With a trowel in hand and joy in my heart”: So wrote the noted garden writer Helena Rutherfurd Ely when she set to work at Meadowburn Farm, her country home in Vernon, New Jersey. For years she took pleasure in her gardens. “Meadowburn was all very much a product of Ely’s personal vision—everything from the layout to the plants to the practical horticultural techniques that were employed there,” says garden manager Quill Teal-Sullivan, who is currently leading its preservation efforts.
A founding member of the Garden Club of America, Ely transformed the gardening world when she published A Woman’s Hardy Garden in 1903. “It met a niche in garden literature that hadn’t been met yet,” says Teal-Sullivan. Written by an American woman for American women of all horticultural levels, the book was one of the most influential gardening manuals of its time—filled with practical advice on growing (including design plans and detailed planting information), and infused with Ely’s passion for horticulture. “She inspired women to take on gardening, defying the social norms of her day,” says Teal-Sullivan. Her influence spanned generations and even inspired Martha, who read all of Ely’s books when she was designing her first garden.
For the past four years, the six-acre garden has been undergoing extensive rehabilitation. Teal-Sullivan has been working closely with the Coster-Gerard family, which has owned Meadowburn since they bought it from Ely’s son 10 years after the writer’s death in 1920. Over the years, the family made few changes, so it remains close to what Ely created. The gardeners themselves are staunch protectors of her vision, too. Ely hired a young farmhand, Albert Furman, as gardener in 1883. “She taught him everything,” Teal-Sullivan says. He passed on this knowledge to his son Albert Jr., who then passed it on to his nephew Walter DeVries, who still helps out at the property. “The gardeners were always quite stubborn,” says Teal-Sullivan of their loyalty to Ely’s legacy. “Even to this day, I’ll hear, ‘We do it this way because this is how Mrs. Ely did it.’”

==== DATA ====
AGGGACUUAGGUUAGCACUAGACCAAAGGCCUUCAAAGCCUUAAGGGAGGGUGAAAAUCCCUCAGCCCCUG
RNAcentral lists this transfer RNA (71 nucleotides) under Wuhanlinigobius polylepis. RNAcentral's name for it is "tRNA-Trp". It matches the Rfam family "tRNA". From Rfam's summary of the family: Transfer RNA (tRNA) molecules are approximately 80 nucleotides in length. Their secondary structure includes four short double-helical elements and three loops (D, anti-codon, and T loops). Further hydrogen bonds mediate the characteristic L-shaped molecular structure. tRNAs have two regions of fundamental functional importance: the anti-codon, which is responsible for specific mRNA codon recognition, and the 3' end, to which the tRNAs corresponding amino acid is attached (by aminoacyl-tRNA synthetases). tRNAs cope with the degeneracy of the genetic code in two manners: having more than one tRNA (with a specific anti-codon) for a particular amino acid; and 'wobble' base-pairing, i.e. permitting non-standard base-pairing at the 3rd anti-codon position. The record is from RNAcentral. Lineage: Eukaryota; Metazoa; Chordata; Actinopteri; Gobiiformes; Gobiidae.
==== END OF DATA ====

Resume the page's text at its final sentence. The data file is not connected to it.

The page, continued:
Preserving the garden has been full of challenges and leaps of faith. Hedges have been eaten by voracious deer, and trees have come down due to storms or have grown tall over time, casting sunny areas into shade and vice versa. The perennial beds in the formal garden had to be dug up to combat invasive weeds. Still, the garden delights. Teal-Sullivan ultimately transplanted those perennials to the picking beds, combining them with old-fashioned annuals. The mixed borders overflow with many of Ely’s favorites—phlox, nigella, petunias, and nicotiana—and romantically recall another time. The evergreen garden includes a reflecting pool surrounded by conifers, providing a calming verdant oasis. The 150-foot dahlia allée—filled with heirloom varieties—erupts with color in late summer, as it has done for more than a century.
For nearly 40 years, Ely imbued Meadowburn with a generous spirit— welcoming visitors, offering advice, and sharing plant material. Today Teal-Sullivan and the Coster-Gerard family are keeping the tradition alive. The garden is open by appointment, with the hopes of making it even more accessible soon. “People fall under the Meadowburn spell,” she says. “You get trapped by all the beauty here, and it’s hard to leave.”